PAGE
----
Awesome CASL and Aurelia

How to manage user permissions in Aurelia

In this article I will show how to integrate authorization based on CASL in an Aurelia application.

If this is the first time you’ve heard about CASL, please read: “What is CASL?”.

Blog application

I prepared a simple blog application based on Aurelia where users can login, logout, leave comments and manage their own posts. The model layer is built on top of js-data ORM and its js-data-localstorage adapter.

Now lets define who can do what:

  • non authenticated users can only read posts and comments
  • authenticated users can do the same and additionally manage their own posts

CASL allows to translate such permissions into DSL with help of AbilityBuilder class:

can function allows you to define which action user can do on a particular resource. All can are logically OR-ed, so the order matters. See Defininng Abilities in the official documentation for details.

Registering Ability in Aurelia

First of all, lets add our abilities in src/config/abilities.js file:

configureAbility is part of a custom Aurealia feature and run during application bootstrap, thus accepts instance of FrameworkConfiguration which has a reference to aurelia dependency injection container. I used this reference to dynamically register an empty Ability instance.

Now I need an instance of currently logged in User. To get a reference to that object, I need somehow to hook into session management logic. As Session was defined as js-data Mapper, I can use DataStore to listen to Session management events.

As you can see from the code above I listen to 3 events of DataStore that allows me to understand when Session is created, destroyed or found and update user abilities accordingly.

Now everything seems ok, but if you try to check abilities on models, you will always receive false because CASL can’t detect model’s type. We need to teach it by specifying subjectName option:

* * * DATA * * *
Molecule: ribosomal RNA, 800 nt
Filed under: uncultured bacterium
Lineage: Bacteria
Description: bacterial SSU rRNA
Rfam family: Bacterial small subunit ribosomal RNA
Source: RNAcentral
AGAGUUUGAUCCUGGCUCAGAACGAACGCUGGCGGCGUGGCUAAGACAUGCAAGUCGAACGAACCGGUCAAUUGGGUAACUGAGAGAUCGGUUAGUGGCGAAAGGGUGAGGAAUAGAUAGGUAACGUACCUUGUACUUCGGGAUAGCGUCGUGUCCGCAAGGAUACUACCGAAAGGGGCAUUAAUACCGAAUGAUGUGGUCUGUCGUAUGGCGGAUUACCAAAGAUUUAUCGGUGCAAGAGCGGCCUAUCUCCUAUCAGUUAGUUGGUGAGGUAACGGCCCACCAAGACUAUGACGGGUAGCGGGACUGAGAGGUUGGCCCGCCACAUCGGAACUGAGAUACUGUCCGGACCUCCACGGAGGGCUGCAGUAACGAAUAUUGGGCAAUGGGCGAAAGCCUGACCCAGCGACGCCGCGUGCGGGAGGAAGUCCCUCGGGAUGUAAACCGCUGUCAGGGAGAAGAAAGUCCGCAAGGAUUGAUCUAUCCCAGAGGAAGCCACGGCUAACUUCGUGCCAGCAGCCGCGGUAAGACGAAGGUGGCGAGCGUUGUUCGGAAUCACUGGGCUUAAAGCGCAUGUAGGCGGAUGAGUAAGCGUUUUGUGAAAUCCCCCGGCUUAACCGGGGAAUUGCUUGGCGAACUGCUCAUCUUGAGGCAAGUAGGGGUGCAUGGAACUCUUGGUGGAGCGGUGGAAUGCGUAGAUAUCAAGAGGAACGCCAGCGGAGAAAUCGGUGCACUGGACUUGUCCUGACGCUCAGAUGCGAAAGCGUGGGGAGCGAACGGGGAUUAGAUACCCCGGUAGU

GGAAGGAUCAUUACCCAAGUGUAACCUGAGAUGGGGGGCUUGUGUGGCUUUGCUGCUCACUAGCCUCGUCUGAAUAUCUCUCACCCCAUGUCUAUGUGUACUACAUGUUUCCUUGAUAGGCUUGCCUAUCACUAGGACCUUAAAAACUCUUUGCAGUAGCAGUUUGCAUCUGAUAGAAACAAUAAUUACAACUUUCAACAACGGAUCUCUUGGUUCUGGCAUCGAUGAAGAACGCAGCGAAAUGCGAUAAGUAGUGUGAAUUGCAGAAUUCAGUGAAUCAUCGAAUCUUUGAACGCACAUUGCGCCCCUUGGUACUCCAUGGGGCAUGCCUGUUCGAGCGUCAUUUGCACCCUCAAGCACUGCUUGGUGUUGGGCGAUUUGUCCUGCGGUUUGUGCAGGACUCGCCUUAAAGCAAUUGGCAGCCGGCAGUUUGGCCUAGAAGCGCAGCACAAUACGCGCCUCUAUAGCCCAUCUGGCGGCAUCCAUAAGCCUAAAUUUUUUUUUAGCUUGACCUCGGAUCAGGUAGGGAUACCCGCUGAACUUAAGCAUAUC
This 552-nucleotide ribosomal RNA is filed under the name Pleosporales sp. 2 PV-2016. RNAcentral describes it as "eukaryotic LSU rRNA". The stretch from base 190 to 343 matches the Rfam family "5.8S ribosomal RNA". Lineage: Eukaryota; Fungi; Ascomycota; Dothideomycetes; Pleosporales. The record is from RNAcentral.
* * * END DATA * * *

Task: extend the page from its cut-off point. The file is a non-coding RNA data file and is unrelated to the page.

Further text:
Now all good! Lets move on to actual integration with Aurelia templates.

Aurelia Integration

There are 2 ways of how we can add ability checks into Aurelia templates:

Update: thanks to new Signalable Value Converters it’s possible to simply integration and remove binding behavior. So, the resulting code will look this (check updated source code on github):
<div if.bind="'Post' | can: 'create'">
<a route-href="route: newPost">Add Post</a>
</div>
Update 2: now there is a separate package which allows to integrate CASL seamlessly into any Aurelia application. See updated repository for an example

I’m going to implement both and later you will understand why. It’s easy to generate binding behavior and value converter using aurelia cli (specify can as a name for both):

~/projects/blog$ au generate value-converter
~/projects/blog$ au generate binding-behavior

Generated classes I’m going to move into single src/pipes/can.js because all this is basically a one thing.

In value converter, we just need to inject Ability instance and use its can method:

Pay attention how frameworkless code looks! This is possible thanks to Aurelia convetions.

Now lets make this converter to be global. To do this I just need to add a line of code into src/main.js :

aurelia.use
.standardConfiguration()
.globalResources('./pipes/can') // <-- added
.plugin('aurelia-validation')
.feature('config');

This allows me to bind ability checks in any template with help of if binding:

But when you test it, it doesn’t work, why? Because Aurelia tracks changes based on used expressions in the binding. The current if binding has 2 static strings and has no knowledge about rules array of Ability instance. Thus don’t know that binding needs to be updated when rules are changed.

To solve this issue we could update binding with help of signal binding behavior and emit signal each time abilities are changed(basically each time user do login/logout):

It also requires a change in src/config/abilities.js file:

Now everything works as expected but it’s a bit tedious to write signal: ability-changed in every binding where we use can. It’d better to write custom can binding behavior which hides this complexity. To do that I will injectSignalBindingBehavior which re-evaluates binding automatically when ability-changed signal is received. Also I need automatically wrap all expression in can value converter:

Using this binding behavior, templates looks simpler:

That’s it! 🙂

Now you can add if bindings where you want and they will react to ability changes. The complete example you can find in master branch of Github project. Try to login under different users and see it by yourself.

If you like this article, please consider recommending it. 👏